The Farnam Street blog has a great post on maker days and manager days.
A manager’s job is to, well, manage other people and systems. The point is that their job revolves around organizing other people and making decisions. A manager’s day is, as a rule, sliced up into tiny slots, each with a specific purpose decided in advance. Many of those slots are used for meetings, calls, or emails. Managers don’t necessarily need the capacity for deep focus — they primarily need the ability to make fast, smart decisions.
A maker’s job is to create some form of tangible value. A maker’s schedule is made up of long blocks of time reserved for focusing on particular tasks, or the entire day might be devoted to one activity. Breaking their day up into slots of a few minutes each would be the equivalent of doing nothing.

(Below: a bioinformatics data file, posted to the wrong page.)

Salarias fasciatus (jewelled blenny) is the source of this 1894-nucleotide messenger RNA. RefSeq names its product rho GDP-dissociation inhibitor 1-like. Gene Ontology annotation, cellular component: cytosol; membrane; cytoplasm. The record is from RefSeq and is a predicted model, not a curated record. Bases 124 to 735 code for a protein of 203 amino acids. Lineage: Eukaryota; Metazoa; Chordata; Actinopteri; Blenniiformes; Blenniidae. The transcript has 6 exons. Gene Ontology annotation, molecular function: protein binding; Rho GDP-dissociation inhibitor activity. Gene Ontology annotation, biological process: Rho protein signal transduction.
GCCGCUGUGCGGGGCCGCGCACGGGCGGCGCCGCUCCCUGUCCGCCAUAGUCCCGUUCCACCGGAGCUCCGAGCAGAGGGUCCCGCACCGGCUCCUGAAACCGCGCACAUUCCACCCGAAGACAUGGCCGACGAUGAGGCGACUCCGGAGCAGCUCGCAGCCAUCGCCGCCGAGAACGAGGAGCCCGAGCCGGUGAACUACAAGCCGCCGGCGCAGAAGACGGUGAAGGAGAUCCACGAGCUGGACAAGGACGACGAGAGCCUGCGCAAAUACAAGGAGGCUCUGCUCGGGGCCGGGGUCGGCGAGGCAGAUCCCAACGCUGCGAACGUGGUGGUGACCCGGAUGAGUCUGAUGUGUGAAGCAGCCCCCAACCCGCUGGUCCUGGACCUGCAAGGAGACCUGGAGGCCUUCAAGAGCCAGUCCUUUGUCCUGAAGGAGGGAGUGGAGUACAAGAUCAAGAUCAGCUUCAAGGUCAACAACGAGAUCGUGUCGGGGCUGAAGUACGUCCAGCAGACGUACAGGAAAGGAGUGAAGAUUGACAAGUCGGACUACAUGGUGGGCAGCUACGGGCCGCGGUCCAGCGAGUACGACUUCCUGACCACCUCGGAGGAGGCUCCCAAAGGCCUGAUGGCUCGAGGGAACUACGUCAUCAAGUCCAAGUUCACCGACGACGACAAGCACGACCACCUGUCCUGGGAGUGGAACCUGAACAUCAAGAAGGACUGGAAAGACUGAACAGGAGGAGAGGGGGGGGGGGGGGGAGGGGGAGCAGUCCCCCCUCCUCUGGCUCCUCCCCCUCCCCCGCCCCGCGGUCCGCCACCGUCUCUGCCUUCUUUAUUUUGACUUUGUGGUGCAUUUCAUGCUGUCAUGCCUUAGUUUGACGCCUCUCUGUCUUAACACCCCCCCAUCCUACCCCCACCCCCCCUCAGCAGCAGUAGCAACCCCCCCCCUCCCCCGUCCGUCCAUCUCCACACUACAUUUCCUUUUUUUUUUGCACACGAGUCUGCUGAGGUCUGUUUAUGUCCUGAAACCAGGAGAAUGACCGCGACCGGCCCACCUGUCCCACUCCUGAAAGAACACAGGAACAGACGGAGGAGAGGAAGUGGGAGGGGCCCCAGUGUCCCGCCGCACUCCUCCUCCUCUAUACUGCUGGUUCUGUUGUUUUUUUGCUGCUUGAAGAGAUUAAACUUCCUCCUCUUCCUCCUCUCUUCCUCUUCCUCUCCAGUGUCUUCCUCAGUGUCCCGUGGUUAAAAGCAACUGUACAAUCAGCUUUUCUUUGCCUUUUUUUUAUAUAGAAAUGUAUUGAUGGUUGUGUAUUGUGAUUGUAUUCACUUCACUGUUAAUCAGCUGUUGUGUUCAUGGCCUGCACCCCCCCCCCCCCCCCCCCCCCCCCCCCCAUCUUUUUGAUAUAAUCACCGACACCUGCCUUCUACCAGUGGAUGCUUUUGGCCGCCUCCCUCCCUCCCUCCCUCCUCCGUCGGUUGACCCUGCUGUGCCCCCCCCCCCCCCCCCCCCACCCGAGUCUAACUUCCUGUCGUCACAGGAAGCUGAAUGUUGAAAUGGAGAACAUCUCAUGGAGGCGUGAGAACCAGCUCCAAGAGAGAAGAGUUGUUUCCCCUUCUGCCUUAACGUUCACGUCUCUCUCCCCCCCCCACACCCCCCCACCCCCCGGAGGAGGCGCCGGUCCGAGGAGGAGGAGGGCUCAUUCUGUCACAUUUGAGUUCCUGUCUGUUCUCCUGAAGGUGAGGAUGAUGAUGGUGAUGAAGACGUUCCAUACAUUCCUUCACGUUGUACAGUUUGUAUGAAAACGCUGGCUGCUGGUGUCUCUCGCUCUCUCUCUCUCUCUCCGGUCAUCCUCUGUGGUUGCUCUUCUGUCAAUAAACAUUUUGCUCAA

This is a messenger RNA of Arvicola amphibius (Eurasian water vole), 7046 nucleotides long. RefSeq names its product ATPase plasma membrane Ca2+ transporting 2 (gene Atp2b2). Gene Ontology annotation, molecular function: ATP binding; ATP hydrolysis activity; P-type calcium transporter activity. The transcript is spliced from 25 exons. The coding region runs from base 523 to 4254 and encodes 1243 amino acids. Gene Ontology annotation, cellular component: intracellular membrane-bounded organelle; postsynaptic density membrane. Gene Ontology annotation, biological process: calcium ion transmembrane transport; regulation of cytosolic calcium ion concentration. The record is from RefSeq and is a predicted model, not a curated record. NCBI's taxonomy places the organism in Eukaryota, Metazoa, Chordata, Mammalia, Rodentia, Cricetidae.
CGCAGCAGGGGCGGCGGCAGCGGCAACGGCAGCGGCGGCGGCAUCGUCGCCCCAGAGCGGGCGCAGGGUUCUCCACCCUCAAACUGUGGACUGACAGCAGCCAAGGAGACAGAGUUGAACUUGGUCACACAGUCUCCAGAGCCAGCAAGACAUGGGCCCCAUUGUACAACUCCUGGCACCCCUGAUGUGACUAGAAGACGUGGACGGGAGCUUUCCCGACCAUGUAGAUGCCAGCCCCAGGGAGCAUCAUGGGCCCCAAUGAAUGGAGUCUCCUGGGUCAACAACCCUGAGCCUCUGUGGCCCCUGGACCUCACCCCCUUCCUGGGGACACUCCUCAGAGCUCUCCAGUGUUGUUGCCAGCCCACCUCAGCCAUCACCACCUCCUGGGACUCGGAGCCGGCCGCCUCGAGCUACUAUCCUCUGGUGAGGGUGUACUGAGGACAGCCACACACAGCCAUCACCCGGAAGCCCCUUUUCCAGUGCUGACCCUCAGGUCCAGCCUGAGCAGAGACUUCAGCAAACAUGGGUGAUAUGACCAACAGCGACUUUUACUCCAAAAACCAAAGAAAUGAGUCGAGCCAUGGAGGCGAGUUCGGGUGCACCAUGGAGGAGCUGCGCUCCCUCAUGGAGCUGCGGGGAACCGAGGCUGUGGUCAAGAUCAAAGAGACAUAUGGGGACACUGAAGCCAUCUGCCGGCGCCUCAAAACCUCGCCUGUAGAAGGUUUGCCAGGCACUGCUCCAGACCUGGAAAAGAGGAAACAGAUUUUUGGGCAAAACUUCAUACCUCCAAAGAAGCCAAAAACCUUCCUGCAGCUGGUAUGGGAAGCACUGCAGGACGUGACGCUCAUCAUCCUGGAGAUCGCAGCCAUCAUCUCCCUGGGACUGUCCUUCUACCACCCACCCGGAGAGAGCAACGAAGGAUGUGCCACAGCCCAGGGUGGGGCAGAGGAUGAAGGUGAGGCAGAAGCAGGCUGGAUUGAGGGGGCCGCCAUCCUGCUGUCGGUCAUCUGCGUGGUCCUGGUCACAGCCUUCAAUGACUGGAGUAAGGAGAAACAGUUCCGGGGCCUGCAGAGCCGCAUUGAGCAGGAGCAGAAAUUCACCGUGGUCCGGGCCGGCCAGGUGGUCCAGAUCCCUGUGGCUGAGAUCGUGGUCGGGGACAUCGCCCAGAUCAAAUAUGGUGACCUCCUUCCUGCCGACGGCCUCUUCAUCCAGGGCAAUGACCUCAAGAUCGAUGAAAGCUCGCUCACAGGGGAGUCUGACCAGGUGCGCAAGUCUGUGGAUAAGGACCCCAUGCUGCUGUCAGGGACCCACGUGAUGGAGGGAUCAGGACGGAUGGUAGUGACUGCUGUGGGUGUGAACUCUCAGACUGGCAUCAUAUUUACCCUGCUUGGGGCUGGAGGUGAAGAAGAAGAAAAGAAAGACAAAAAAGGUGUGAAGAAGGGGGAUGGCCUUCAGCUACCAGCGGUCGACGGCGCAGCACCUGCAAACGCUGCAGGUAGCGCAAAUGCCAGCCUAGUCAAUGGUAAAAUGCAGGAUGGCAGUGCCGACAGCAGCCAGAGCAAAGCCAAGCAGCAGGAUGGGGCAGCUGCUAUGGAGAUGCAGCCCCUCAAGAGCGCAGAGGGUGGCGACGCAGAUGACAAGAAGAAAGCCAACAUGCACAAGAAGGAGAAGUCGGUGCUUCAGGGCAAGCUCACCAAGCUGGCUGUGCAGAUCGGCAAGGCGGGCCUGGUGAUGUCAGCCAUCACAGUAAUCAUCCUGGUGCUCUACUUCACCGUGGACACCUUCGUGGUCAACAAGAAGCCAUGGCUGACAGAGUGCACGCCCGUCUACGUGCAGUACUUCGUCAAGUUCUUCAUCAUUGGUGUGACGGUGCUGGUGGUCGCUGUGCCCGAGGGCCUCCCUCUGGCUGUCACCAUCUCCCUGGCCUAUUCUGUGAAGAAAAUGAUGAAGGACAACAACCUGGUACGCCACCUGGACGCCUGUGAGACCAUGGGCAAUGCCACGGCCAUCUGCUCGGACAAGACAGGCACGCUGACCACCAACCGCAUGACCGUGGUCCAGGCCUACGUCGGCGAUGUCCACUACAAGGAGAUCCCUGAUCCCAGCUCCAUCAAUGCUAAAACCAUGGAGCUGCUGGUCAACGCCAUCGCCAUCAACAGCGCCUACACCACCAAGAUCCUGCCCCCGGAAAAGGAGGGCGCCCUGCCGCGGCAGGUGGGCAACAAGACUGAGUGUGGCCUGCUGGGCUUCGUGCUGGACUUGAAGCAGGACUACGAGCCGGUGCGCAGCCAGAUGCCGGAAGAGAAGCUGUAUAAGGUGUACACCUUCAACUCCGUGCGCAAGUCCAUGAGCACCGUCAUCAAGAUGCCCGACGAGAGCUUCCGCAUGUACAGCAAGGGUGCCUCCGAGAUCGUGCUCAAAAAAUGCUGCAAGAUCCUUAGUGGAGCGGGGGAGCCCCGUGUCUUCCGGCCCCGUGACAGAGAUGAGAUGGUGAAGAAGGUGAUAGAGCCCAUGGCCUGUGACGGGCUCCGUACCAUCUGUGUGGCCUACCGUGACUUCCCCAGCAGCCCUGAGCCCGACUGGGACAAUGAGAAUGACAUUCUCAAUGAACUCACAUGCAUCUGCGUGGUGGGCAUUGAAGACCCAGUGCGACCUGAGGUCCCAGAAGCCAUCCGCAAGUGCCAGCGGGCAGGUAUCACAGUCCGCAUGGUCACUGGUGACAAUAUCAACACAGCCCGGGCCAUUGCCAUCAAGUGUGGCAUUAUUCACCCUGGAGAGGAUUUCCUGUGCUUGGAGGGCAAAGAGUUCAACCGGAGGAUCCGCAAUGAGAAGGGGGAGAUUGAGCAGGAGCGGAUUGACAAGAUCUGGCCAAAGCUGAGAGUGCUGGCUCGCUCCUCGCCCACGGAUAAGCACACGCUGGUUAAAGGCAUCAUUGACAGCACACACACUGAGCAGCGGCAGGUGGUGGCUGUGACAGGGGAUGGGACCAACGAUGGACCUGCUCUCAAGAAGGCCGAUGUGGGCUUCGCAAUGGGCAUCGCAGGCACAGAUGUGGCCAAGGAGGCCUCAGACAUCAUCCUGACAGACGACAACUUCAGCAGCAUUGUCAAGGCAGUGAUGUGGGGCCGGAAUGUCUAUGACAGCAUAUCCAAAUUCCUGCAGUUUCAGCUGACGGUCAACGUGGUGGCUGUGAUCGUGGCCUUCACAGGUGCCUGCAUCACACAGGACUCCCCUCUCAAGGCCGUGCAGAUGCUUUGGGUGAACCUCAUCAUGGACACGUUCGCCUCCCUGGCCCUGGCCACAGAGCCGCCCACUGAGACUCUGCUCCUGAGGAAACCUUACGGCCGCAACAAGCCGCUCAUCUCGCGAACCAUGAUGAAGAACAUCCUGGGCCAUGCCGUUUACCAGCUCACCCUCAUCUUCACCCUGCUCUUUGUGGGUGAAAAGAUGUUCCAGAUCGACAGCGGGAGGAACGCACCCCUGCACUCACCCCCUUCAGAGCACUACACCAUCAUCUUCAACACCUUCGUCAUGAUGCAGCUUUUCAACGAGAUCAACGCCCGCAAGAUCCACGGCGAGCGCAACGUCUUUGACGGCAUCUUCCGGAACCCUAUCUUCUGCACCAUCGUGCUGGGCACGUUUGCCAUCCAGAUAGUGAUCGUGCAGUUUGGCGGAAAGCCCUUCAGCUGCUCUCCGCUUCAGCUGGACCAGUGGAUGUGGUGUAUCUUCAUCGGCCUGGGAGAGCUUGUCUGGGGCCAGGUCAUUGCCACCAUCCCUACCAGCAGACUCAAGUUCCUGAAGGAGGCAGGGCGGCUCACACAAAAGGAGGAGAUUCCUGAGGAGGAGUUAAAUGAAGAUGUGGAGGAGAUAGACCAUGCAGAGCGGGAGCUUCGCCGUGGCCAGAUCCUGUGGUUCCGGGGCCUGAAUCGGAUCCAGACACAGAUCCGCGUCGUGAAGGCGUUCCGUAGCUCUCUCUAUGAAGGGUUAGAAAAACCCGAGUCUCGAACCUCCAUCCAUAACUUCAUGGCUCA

The post is worth reading in full. To me, it inspires three questions –
- What percent of your job is maker versus manager? (University researchers tend to be >80% makers for example – while executives tend to be >80% managers)
- Is your schedule aligned percentages above?
- If not, how can you align it?
My approach in the past year involved organizing my week into maker days and manager days. I scheduled 2 maker days and expected to average around 1 maker day in reality (thanks to meetings).
But, as I head into the new working year, I’d like to be more thoughtful about this. So, here’s to that.